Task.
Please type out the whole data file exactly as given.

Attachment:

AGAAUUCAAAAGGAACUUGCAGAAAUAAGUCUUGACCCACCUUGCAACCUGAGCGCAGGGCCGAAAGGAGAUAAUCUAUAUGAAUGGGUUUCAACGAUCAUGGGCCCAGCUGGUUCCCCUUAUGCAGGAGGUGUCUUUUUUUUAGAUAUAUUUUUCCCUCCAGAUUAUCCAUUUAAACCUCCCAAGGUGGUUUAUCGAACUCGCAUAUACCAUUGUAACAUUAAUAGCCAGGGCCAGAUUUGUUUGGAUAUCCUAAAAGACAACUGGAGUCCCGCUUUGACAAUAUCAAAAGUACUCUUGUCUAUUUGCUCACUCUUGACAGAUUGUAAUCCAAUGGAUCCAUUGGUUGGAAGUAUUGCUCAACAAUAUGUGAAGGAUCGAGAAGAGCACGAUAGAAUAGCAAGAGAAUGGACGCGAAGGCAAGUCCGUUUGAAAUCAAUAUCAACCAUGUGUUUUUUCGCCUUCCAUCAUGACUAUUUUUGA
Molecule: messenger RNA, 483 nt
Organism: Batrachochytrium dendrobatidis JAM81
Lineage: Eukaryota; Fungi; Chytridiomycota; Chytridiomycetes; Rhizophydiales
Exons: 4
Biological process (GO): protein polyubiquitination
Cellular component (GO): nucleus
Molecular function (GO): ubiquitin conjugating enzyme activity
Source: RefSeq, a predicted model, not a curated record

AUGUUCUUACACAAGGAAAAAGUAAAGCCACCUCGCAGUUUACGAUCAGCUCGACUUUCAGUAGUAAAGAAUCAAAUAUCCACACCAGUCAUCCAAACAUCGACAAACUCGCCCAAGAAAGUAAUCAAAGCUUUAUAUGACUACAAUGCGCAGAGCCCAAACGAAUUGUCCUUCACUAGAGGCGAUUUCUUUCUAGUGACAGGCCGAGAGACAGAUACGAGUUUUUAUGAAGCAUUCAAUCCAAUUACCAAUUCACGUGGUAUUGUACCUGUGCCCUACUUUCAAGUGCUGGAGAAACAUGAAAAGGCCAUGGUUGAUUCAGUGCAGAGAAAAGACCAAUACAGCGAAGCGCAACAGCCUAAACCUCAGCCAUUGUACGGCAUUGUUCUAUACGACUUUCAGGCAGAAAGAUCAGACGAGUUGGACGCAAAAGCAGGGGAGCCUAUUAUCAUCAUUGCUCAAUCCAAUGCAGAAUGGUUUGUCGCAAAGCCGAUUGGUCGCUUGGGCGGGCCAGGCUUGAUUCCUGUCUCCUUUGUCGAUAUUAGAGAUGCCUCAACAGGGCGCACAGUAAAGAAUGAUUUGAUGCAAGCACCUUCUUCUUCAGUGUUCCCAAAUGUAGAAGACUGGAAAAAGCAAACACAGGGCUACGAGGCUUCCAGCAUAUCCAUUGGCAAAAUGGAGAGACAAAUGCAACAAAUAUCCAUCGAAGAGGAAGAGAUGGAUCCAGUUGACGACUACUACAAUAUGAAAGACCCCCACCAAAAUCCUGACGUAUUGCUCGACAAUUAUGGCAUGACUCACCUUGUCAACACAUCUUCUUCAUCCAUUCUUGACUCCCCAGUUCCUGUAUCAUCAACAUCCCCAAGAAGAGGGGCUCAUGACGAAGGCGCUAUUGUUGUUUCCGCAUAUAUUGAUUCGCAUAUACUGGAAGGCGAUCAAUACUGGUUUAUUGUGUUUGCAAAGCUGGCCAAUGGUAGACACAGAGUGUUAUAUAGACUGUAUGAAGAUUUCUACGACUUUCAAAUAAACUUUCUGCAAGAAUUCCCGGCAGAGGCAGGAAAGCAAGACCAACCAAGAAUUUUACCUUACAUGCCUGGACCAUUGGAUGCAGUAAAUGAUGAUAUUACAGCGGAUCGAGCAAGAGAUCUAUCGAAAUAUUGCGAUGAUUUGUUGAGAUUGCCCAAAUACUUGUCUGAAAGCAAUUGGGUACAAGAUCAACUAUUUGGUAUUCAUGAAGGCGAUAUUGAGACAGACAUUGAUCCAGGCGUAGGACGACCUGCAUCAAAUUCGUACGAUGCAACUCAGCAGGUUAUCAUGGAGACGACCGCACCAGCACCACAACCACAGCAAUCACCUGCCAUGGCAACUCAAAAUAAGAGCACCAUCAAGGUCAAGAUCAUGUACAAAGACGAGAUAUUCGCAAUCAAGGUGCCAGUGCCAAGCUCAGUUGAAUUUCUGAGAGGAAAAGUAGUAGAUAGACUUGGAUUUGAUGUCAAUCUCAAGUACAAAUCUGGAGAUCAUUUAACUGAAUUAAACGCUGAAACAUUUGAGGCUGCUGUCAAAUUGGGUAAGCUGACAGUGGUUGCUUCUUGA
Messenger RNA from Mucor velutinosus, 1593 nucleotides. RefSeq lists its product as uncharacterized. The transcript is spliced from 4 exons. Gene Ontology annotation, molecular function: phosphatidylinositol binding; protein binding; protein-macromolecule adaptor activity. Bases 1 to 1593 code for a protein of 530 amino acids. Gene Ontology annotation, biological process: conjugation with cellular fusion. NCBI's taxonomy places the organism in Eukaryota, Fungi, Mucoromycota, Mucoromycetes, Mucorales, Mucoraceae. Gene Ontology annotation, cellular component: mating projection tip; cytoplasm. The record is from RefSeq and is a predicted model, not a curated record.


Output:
AGAAUUCAAAAGGAACUUGCAGAAAUAAGUCUUGACCCACCUUGCAACCUGAGCGCAGGGCCGAAAGGAGAUAAUCUAUAUGAAUGGGUUUCAACGAUCAUGGGCCCAGCUGGUUCCCCUUAUGCAGGAGGUGUCUUUUUUUUAGAUAUAUUUUUCCCUCCAGAUUAUCCAUUUAAACCUCCCAAGGUGGUUUAUCGAACUCGCAUAUACCAUUGUAACAUUAAUAGCCAGGGCCAGAUUUGUUUGGAUAUCCUAAAAGACAACUGGAGUCCCGCUUUGACAAUAUCAAAAGUACUCUUGUCUAUUUGCUCACUCUUGACAGAUUGUAAUCCAAUGGAUCCAUUGGUUGGAAGUAUUGCUCAACAAUAUGUGAAGGAUCGAGAAGAGCACGAUAGAAUAGCAAGAGAAUGGACGCGAAGGCAAGUCCGUUUGAAAUCAAUAUCAACCAUGUGUUUUUUCGCCUUCCAUCAUGACUAUUUUUGA
Molecule: messenger RNA, 483 nt
Organism: Batrachochytrium dendrobatidis JAM81
Lineage: Eukaryota; Fungi; Chytridiomycota; Chytridiomycetes; Rhizophydiales
Exons: 4
Biological process (GO): protein polyubiquitination
Cellular component (GO): nucleus
Molecular function (GO): ubiquitin conjugating enzyme activity
Source: RefSeq, a predicted model, not a curated record

AUGUUCUUACACAAGGAAAAAGUAAAGCCACCUCGCAGUUUACGAUCAGCUCGACUUUCAGUAGUAAAGAAUCAAAUAUCCACACCAGUCAUCCAAACAUCGACAAACUCGCCCAAGAAAGUAAUCAAAGCUUUAUAUGACUACAAUGCGCAGAGCCCAAACGAAUUGUCCUUCACUAGAGGCGAUUUCUUUCUAGUGACAGGCCGAGAGACAGAUACGAGUUUUUAUGAAGCAUUCAAUCCAAUUACCAAUUCACGUGGUAUUGUACCUGUGCCCUACUUUCAAGUGCUGGAGAAACAUGAAAAGGCCAUGGUUGAUUCAGUGCAGAGAAAAGACCAAUACAGCGAAGCGCAACAGCCUAAACCUCAGCCAUUGUACGGCAUUGUUCUAUACGACUUUCAGGCAGAAAGAUCAGACGAGUUGGACGCAAAAGCAGGGGAGCCUAUUAUCAUCAUUGCUCAAUCCAAUGCAGAAUGGUUUGUCGCAAAGCCGAUUGGUCGCUUGGGCGGGCCAGGCUUGAUUCCUGUCUCCUUUGUCGAUAUUAGAGAUGCCUCAACAGGGCGCACAGUAAAGAAUGAUUUGAUGCAAGCACCUUCUUCUUCAGUGUUCCCAAAUGUAGAAGACUGGAAAAAGCAAACACAGGGCUACGAGGCUUCCAGCAUAUCCAUUGGCAAAAUGGAGAGACAAAUGCAACAAAUAUCCAUCGAAGAGGAAGAGAUGGAUCCAGUUGACGACUACUACAAUAUGAAAGACCCCCACCAAAAUCCUGACGUAUUGCUCGACAAUUAUGGCAUGACUCACCUUGUCAACACAUCUUCUUCAUCCAUUCUUGACUCCCCAGUUCCUGUAUCAUCAACAUCCCCAAGAAGAGGGGCUCAUGACGAAGGCGCUAUUGUUGUUUCCGCAUAUAUUGAUUCGCAUAUACUGGAAGGCGAUCAAUACUGGUUUAUUGUGUUUGCAAAGCUGGCCAAUGGUAGACACAGAGUGUUAUAUAGACUGUAUGAAGAUUUCUACGACUUUCAAAUAAACUUUCUGCAAGAAUUCCCGGCAGAGGCAGGAAAGCAAGACCAACCAAGAAUUUUACCUUACAUGCCUGGACCAUUGGAUGCAGUAAAUGAUGAUAUUACAGCGGAUCGAGCAAGAGAUCUAUCGAAAUAUUGCGAUGAUUUGUUGAGAUUGCCCAAAUACUUGUCUGAAAGCAAUUGGGUACAAGAUCAACUAUUUGGUAUUCAUGAAGGCGAUAUUGAGACAGACAUUGAUCCAGGCGUAGGACGACCUGCAUCAAAUUCGUACGAUGCAACUCAGCAGGUUAUCAUGGAGACGACCGCACCAGCACCACAACCACAGCAAUCACCUGCCAUGGCAACUCAAAAUAAGAGCACCAUCAAGGUCAAGAUCAUGUACAAAGACGAGAUAUUCGCAAUCAAGGUGCCAGUGCCAAGCUCAGUUGAAUUUCUGAGAGGAAAAGUAGUAGAUAGACUUGGAUUUGAUGUCAAUCUCAAGUACAAAUCUGGAGAUCAUUUAACUGAAUUAAACGCUGAAACAUUUGAGGCUGCUGUCAAAUUGGGUAAGCUGACAGUGGUUGCUUCUUGA
Messenger RNA from Mucor velutinosus, 1593 nucleotides. RefSeq lists its product as uncharacterized. The transcript is spliced from 4 exons. Gene Ontology annotation, molecular function: phosphatidylinositol binding; protein binding; protein-macromolecule adaptor activity. Bases 1 to 1593 code for a protein of 530 amino acids. Gene Ontology annotation, biological process: conjugation with cellular fusion. NCBI's taxonomy places the organism in Eukaryota, Fungi, Mucoromycota, Mucoromycetes, Mucorales, Mucoraceae. Gene Ontology annotation, cellular component: mating projection tip; cytoplasm. The record is from RefSeq and is a predicted model, not a curated record.